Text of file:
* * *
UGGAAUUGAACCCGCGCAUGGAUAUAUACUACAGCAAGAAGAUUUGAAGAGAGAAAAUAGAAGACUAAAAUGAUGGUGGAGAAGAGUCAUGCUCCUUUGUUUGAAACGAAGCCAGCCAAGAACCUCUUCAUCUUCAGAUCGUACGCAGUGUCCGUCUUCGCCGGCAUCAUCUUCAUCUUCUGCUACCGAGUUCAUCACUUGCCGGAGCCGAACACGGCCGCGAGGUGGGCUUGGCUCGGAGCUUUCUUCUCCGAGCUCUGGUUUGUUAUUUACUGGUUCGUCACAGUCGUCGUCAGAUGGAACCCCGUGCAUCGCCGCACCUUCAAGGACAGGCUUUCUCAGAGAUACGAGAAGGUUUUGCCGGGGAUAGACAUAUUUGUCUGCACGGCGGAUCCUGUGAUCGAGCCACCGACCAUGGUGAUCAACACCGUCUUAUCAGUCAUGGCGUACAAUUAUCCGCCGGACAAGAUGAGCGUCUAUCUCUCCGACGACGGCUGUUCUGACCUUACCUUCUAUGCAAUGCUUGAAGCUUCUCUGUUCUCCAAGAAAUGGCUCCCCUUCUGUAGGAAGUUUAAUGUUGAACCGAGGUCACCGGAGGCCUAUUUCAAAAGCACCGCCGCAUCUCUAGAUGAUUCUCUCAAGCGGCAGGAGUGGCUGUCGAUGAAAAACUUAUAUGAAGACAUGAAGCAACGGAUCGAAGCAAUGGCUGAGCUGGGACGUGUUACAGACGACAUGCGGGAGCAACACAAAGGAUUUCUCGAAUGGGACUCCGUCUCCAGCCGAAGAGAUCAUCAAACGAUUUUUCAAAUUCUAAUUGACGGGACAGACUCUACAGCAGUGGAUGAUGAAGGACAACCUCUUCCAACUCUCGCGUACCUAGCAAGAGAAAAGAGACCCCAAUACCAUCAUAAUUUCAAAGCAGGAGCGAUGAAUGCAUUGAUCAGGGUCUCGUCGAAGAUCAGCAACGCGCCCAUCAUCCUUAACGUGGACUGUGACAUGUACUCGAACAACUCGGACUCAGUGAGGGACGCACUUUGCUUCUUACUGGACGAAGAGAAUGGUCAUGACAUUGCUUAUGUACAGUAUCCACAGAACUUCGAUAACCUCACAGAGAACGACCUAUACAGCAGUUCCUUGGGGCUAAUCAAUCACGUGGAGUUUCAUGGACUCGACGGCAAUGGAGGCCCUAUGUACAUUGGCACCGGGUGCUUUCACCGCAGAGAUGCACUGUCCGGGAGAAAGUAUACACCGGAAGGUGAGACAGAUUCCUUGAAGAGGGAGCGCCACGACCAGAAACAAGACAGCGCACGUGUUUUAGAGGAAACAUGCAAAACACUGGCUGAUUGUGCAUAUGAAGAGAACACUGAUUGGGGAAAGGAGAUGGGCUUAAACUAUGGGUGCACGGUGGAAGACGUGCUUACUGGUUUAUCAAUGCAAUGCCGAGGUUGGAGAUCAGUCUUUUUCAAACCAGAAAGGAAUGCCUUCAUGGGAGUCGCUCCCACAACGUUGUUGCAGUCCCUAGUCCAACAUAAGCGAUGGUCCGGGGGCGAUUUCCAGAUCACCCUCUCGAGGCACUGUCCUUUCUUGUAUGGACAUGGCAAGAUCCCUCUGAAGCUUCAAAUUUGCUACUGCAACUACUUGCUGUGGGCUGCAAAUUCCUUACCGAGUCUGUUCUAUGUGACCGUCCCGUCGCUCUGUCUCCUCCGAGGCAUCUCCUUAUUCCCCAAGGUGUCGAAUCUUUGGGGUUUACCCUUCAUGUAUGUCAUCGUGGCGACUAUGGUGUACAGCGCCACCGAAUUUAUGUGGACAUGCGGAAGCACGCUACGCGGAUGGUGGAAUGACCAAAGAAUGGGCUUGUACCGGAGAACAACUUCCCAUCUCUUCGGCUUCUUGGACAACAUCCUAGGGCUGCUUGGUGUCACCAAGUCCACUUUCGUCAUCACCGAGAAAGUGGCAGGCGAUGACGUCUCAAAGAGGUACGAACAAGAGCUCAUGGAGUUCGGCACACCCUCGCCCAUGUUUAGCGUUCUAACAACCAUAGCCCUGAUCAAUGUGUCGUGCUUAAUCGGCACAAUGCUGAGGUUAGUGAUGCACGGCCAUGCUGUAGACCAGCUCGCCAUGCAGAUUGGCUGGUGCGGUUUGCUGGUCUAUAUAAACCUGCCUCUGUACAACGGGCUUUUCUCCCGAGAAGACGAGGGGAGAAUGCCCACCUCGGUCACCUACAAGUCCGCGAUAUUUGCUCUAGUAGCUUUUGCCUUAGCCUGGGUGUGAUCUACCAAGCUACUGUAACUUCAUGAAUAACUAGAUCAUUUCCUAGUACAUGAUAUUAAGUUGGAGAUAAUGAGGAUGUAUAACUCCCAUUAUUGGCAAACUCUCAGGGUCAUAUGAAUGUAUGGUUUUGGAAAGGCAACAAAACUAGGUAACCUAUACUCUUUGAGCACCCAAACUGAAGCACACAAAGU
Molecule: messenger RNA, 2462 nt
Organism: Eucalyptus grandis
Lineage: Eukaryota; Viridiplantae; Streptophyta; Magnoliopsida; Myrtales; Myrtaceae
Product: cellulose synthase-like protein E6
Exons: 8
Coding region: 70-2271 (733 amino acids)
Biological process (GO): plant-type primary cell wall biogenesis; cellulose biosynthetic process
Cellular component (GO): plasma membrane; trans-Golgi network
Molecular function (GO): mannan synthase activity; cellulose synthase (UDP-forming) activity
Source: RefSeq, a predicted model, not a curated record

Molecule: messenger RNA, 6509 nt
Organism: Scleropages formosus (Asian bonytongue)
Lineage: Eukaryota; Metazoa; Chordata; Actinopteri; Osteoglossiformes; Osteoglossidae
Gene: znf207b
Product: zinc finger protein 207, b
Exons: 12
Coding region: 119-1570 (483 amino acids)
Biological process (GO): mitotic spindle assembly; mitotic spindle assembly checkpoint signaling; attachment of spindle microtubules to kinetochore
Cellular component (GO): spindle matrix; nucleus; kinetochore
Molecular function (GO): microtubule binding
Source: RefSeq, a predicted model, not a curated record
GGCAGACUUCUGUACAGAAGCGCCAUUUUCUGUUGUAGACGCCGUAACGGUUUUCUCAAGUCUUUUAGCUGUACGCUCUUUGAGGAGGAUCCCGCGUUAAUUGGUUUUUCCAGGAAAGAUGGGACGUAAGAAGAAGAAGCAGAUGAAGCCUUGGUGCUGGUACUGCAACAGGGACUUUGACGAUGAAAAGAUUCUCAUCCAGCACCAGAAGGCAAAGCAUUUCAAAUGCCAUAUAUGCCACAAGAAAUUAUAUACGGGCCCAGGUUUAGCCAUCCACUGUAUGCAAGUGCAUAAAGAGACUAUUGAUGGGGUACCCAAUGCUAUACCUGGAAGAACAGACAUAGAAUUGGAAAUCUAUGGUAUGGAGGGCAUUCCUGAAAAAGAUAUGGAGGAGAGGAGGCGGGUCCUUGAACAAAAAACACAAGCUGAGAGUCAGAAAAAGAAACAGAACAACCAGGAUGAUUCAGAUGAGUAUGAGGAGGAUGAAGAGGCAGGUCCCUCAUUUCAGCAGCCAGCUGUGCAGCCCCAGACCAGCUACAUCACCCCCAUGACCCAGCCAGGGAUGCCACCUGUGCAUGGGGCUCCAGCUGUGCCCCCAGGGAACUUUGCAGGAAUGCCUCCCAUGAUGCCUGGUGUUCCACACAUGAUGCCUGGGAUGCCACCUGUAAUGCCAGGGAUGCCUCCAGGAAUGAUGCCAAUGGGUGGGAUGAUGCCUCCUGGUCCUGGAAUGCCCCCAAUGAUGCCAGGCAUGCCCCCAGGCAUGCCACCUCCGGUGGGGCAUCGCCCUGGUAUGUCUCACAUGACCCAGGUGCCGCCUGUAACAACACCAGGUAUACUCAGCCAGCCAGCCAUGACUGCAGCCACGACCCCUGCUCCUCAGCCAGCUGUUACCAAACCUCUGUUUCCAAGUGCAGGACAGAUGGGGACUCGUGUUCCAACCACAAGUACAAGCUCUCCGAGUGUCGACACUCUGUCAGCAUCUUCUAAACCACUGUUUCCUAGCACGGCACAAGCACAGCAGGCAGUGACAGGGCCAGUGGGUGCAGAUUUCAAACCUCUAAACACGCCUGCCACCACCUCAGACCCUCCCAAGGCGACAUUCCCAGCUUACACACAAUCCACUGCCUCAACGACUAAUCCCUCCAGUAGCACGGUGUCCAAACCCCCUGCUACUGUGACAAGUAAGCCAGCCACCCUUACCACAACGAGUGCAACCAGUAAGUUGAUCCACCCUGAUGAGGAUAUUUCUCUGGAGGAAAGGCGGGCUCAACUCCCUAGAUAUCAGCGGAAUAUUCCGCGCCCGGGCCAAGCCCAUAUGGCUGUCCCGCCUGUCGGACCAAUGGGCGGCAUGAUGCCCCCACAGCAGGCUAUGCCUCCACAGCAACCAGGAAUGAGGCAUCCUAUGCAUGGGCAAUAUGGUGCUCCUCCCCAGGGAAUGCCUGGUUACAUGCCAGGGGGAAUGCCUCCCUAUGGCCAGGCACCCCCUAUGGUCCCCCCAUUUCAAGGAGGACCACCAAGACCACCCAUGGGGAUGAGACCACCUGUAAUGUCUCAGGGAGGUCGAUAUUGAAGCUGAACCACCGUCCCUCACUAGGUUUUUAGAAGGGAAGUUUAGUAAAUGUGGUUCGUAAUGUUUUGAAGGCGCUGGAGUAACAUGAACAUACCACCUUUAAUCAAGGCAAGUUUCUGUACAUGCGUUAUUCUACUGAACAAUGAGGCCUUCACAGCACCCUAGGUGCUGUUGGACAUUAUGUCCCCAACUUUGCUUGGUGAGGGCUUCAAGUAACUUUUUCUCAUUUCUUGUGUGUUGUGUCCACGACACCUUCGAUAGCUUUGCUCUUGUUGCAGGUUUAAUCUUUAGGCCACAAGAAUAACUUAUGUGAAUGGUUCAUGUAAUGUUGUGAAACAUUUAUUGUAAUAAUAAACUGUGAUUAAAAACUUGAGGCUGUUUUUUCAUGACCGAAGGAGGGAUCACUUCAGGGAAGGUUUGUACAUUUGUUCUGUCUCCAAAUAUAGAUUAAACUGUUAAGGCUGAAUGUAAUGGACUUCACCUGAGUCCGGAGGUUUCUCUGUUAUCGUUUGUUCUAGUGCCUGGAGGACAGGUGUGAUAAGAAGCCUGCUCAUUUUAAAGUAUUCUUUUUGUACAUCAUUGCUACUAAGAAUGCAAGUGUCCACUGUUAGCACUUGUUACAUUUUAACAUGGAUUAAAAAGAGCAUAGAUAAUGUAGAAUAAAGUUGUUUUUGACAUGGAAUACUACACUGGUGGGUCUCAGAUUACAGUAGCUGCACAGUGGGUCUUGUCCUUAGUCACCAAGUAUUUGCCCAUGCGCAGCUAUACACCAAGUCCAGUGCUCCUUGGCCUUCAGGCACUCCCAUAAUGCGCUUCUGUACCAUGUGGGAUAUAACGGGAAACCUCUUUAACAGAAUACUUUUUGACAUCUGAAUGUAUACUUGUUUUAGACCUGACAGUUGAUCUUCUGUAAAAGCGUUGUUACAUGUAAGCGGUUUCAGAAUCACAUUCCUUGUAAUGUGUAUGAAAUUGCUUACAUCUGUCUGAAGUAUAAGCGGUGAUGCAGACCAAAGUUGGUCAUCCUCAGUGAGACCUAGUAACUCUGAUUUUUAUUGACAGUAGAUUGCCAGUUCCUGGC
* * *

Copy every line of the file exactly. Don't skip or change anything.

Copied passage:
UGGAAUUGAACCCGCGCAUGGAUAUAUACUACAGCAAGAAGAUUUGAAGAGAGAAAAUAGAAGACUAAAAUGAUGGUGGAGAAGAGUCAUGCUCCUUUGUUUGAAACGAAGCCAGCCAAGAACCUCUUCAUCUUCAGAUCGUACGCAGUGUCCGUCUUCGCCGGCAUCAUCUUCAUCUUCUGCUACCGAGUUCAUCACUUGCCGGAGCCGAACACGGCCGCGAGGUGGGCUUGGCUCGGAGCUUUCUUCUCCGAGCUCUGGUUUGUUAUUUACUGGUUCGUCACAGUCGUCGUCAGAUGGAACCCCGUGCAUCGCCGCACCUUCAAGGACAGGCUUUCUCAGAGAUACGAGAAGGUUUUGCCGGGGAUAGACAUAUUUGUCUGCACGGCGGAUCCUGUGAUCGAGCCACCGACCAUGGUGAUCAACACCGUCUUAUCAGUCAUGGCGUACAAUUAUCCGCCGGACAAGAUGAGCGUCUAUCUCUCCGACGACGGCUGUUCUGACCUUACCUUCUAUGCAAUGCUUGAAGCUUCUCUGUUCUCCAAGAAAUGGCUCCCCUUCUGUAGGAAGUUUAAUGUUGAACCGAGGUCACCGGAGGCCUAUUUCAAAAGCACCGCCGCAUCUCUAGAUGAUUCUCUCAAGCGGCAGGAGUGGCUGUCGAUGAAAAACUUAUAUGAAGACAUGAAGCAACGGAUCGAAGCAAUGGCUGAGCUGGGACGUGUUACAGACGACAUGCGGGAGCAACACAAAGGAUUUCUCGAAUGGGACUCCGUCUCCAGCCGAAGAGAUCAUCAAACGAUUUUUCAAAUUCUAAUUGACGGGACAGACUCUACAGCAGUGGAUGAUGAAGGACAACCUCUUCCAACUCUCGCGUACCUAGCAAGAGAAAAGAGACCCCAAUACCAUCAUAAUUUCAAAGCAGGAGCGAUGAAUGCAUUGAUCAGGGUCUCGUCGAAGAUCAGCAACGCGCCCAUCAUCCUUAACGUGGACUGUGACAUGUACUCGAACAACUCGGACUCAGUGAGGGACGCACUUUGCUUCUUACUGGACGAAGAGAAUGGUCAUGACAUUGCUUAUGUACAGUAUCCACAGAACUUCGAUAACCUCACAGAGAACGACCUAUACAGCAGUUCCUUGGGGCUAAUCAAUCACGUGGAGUUUCAUGGACUCGACGGCAAUGGAGGCCCUAUGUACAUUGGCACCGGGUGCUUUCACCGCAGAGAUGCACUGUCCGGGAGAAAGUAUACACCGGAAGGUGAGACAGAUUCCUUGAAGAGGGAGCGCCACGACCAGAAACAAGACAGCGCACGUGUUUUAGAGGAAACAUGCAAAACACUGGCUGAUUGUGCAUAUGAAGAGAACACUGAUUGGGGAAAGGAGAUGGGCUUAAACUAUGGGUGCACGGUGGAAGACGUGCUUACUGGUUUAUCAAUGCAAUGCCGAGGUUGGAGAUCAGUCUUUUUCAAACCAGAAAGGAAUGCCUUCAUGGGAGUCGCUCCCACAACGUUGUUGCAGUCCCUAGUCCAACAUAAGCGAUGGUCCGGGGGCGAUUUCCAGAUCACCCUCUCGAGGCACUGUCCUUUCUUGUAUGGACAUGGCAAGAUCCCUCUGAAGCUUCAAAUUUGCUACUGCAACUACUUGCUGUGGGCUGCAAAUUCCUUACCGAGUCUGUUCUAUGUGACCGUCCCGUCGCUCUGUCUCCUCCGAGGCAUCUCCUUAUUCCCCAAGGUGUCGAAUCUUUGGGGUUUACCCUUCAUGUAUGUCAUCGUGGCGACUAUGGUGUACAGCGCCACCGAAUUUAUGUGGACAUGCGGAAGCACGCUACGCGGAUGGUGGAAUGACCAAAGAAUGGGCUUGUACCGGAGAACAACUUCCCAUCUCUUCGGCUUCUUGGACAACAUCCUAGGGCUGCUUGGUGUCACCAAGUCCACUUUCGUCAUCACCGAGAAAGUGGCAGGCGAUGACGUCUCAAAGAGGUACGAACAAGAGCUCAUGGAGUUCGGCACACCCUCGCCCAUGUUUAGCGUUCUAACAACCAUAGCCCUGAUCAAUGUGUCGUGCUUAAUCGGCACAAUGCUGAGGUUAGUGAUGCACGGCCAUGCUGUAGACCAGCUCGCCAUGCAGAUUGGCUGGUGCGGUUUGCUGGUCUAUAUAAACCUGCCUCUGUACAACGGGCUUUUCUCCCGAGAAGACGAGGGGAGAAUGCCCACCUCGGUCACCUACAAGUCCGCGAUAUUUGCUCUAGUAGCUUUUGCCUUAGCCUGGGUGUGAUCUACCAAGCUACUGUAACUUCAUGAAUAACUAGAUCAUUUCCUAGUACAUGAUAUUAAGUUGGAGAUAAUGAGGAUGUAUAACUCCCAUUAUUGGCAAACUCUCAGGGUCAUAUGAAUGUAUGGUUUUGGAAAGGCAACAAAACUAGGUAACCUAUACUCUUUGAGCACCCAAACUGAAGCACACAAAGU
Molecule: messenger RNA, 2462 nt
Organism: Eucalyptus grandis
Lineage: Eukaryota; Viridiplantae; Streptophyta; Magnoliopsida; Myrtales; Myrtaceae
Product: cellulose synthase-like protein E6
Exons: 8
Coding region: 70-2271 (733 amino acids)
Biological process (GO): plant-type primary cell wall biogenesis; cellulose biosynthetic process
Cellular component (GO): plasma membrane; trans-Golgi network
Molecular function (GO): mannan synthase activity; cellulose synthase (UDP-forming) activity
Source: RefSeq, a predicted model, not a curated record

Molecule: messenger RNA, 6509 nt
Organism: Scleropages formosus (Asian bonytongue)
Lineage: Eukaryota; Metazoa; Chordata; Actinopteri; Osteoglossiformes; Osteoglossidae
Gene: znf207b
Product: zinc finger protein 207, b
Exons: 12
Coding region: 119-1570 (483 amino acids)
Biological process (GO): mitotic spindle assembly; mitotic spindle assembly checkpoint signaling; attachment of spindle microtubules to kinetochore
Cellular component (GO): spindle matrix; nucleus; kinetochore
Molecular function (GO): microtubule binding
Source: RefSeq, a predicted model, not a curated record
GGCAGACUUCUGUACAGAAGCGCCAUUUUCUGUUGUAGACGCCGUAACGGUUUUCUCAAGUCUUUUAGCUGUACGCUCUUUGAGGAGGAUCCCGCGUUAAUUGGUUUUUCCAGGAAAGAUGGGACGUAAGAAGAAGAAGCAGAUGAAGCCUUGGUGCUGGUACUGCAACAGGGACUUUGACGAUGAAAAGAUUCUCAUCCAGCACCAGAAGGCAAAGCAUUUCAAAUGCCAUAUAUGCCACAAGAAAUUAUAUACGGGCCCAGGUUUAGCCAUCCACUGUAUGCAAGUGCAUAAAGAGACUAUUGAUGGGGUACCCAAUGCUAUACCUGGAAGAACAGACAUAGAAUUGGAAAUCUAUGGUAUGGAGGGCAUUCCUGAAAAAGAUAUGGAGGAGAGGAGGCGGGUCCUUGAACAAAAAACACAAGCUGAGAGUCAGAAAAAGAAACAGAACAACCAGGAUGAUUCAGAUGAGUAUGAGGAGGAUGAAGAGGCAGGUCCCUCAUUUCAGCAGCCAGCUGUGCAGCCCCAGACCAGCUACAUCACCCCCAUGACCCAGCCAGGGAUGCCACCUGUGCAUGGGGCUCCAGCUGUGCCCCCAGGGAACUUUGCAGGAAUGCCUCCCAUGAUGCCUGGUGUUCCACACAUGAUGCCUGGGAUGCCACCUGUAAUGCCAGGGAUGCCUCCAGGAAUGAUGCCAAUGGGUGGGAUGAUGCCUCCUGGUCCUGGAAUGCCCCCAAUGAUGCCAGGCAUGCCCCCAGGCAUGCCACCUCCGGUGGGGCAUCGCCCUGGUAUGUCUCACAUGACCCAGGUGCCGCCUGUAACAACACCAGGUAUACUCAGCCAGCCAGCCAUGACUGCAGCCACGACCCCUGCUCCUCAGCCAGCUGUUACCAAACCUCUGUUUCCAAGUGCAGGACAGAUGGGGACUCGUGUUCCAACCACAAGUACAAGCUCUCCGAGUGUCGACACUCUGUCAGCAUCUUCUAAACCACUGUUUCCUAGCACGGCACAAGCACAGCAGGCAGUGACAGGGCCAGUGGGUGCAGAUUUCAAACCUCUAAACACGCCUGCCACCACCUCAGACCCUCCCAAGGCGACAUUCCCAGCUUACACACAAUCCACUGCCUCAACGACUAAUCCCUCCAGUAGCACGGUGUCCAAACCCCCUGCUACUGUGACAAGUAAGCCAGCCACCCUUACCACAACGAGUGCAACCAGUAAGUUGAUCCACCCUGAUGAGGAUAUUUCUCUGGAGGAAAGGCGGGCUCAACUCCCUAGAUAUCAGCGGAAUAUUCCGCGCCCGGGCCAAGCCCAUAUGGCUGUCCCGCCUGUCGGACCAAUGGGCGGCAUGAUGCCCCCACAGCAGGCUAUGCCUCCACAGCAACCAGGAAUGAGGCAUCCUAUGCAUGGGCAAUAUGGUGCUCCUCCCCAGGGAAUGCCUGGUUACAUGCCAGGGGGAAUGCCUCCCUAUGGCCAGGCACCCCCUAUGGUCCCCCCAUUUCAAGGAGGACCACCAAGACCACCCAUGGGGAUGAGACCACCUGUAAUGUCUCAGGGAGGUCGAUAUUGAAGCUGAACCACCGUCCCUCACUAGGUUUUUAGAAGGGAAGUUUAGUAAAUGUGGUUCGUAAUGUUUUGAAGGCGCUGGAGUAACAUGAACAUACCACCUUUAAUCAAGGCAAGUUUCUGUACAUGCGUUAUUCUACUGAACAAUGAGGCCUUCACAGCACCCUAGGUGCUGUUGGACAUUAUGUCCCCAACUUUGCUUGGUGAGGGCUUCAAGUAACUUUUUCUCAUUUCUUGUGUGUUGUGUCCACGACACCUUCGAUAGCUUUGCUCUUGUUGCAGGUUUAAUCUUUAGGCCACAAGAAUAACUUAUGUGAAUGGUUCAUGUAAUGUUGUGAAACAUUUAUUGUAAUAAUAAACUGUGAUUAAAAACUUGAGGCUGUUUUUUCAUGACCGAAGGAGGGAUCACUUCAGGGAAGGUUUGUACAUUUGUUCUGUCUCCAAAUAUAGAUUAAACUGUUAAGGCUGAAUGUAAUGGACUUCACCUGAGUCCGGAGGUUUCUCUGUUAUCGUUUGUUCUAGUGCCUGGAGGACAGGUGUGAUAAGAAGCCUGCUCAUUUUAAAGUAUUCUUUUUGUACAUCAUUGCUACUAAGAAUGCAAGUGUCCACUGUUAGCACUUGUUACAUUUUAACAUGGAUUAAAAAGAGCAUAGAUAAUGUAGAAUAAAGUUGUUUUUGACAUGGAAUACUACACUGGUGGGUCUCAGAUUACAGUAGCUGCACAGUGGGUCUUGUCCUUAGUCACCAAGUAUUUGCCCAUGCGCAGCUAUACACCAAGUCCAGUGCUCCUUGGCCUUCAGGCACUCCCAUAAUGCGCUUCUGUACCAUGUGGGAUAUAACGGGAAACCUCUUUAACAGAAUACUUUUUGACAUCUGAAUGUAUACUUGUUUUAGACCUGACAGUUGAUCUUCUGUAAAAGCGUUGUUACAUGUAAGCGGUUUCAGAAUCACAUUCCUUGUAAUGUGUAUGAAAUUGCUUACAUCUGUCUGAAGUAUAAGCGGUGAUGCAGACCAAAGUUGGUCAUCCUCAGUGAGACCUAGUAACUCUGAUUUUUAUUGACAGUAGAUUGCCAGUUCCUGGC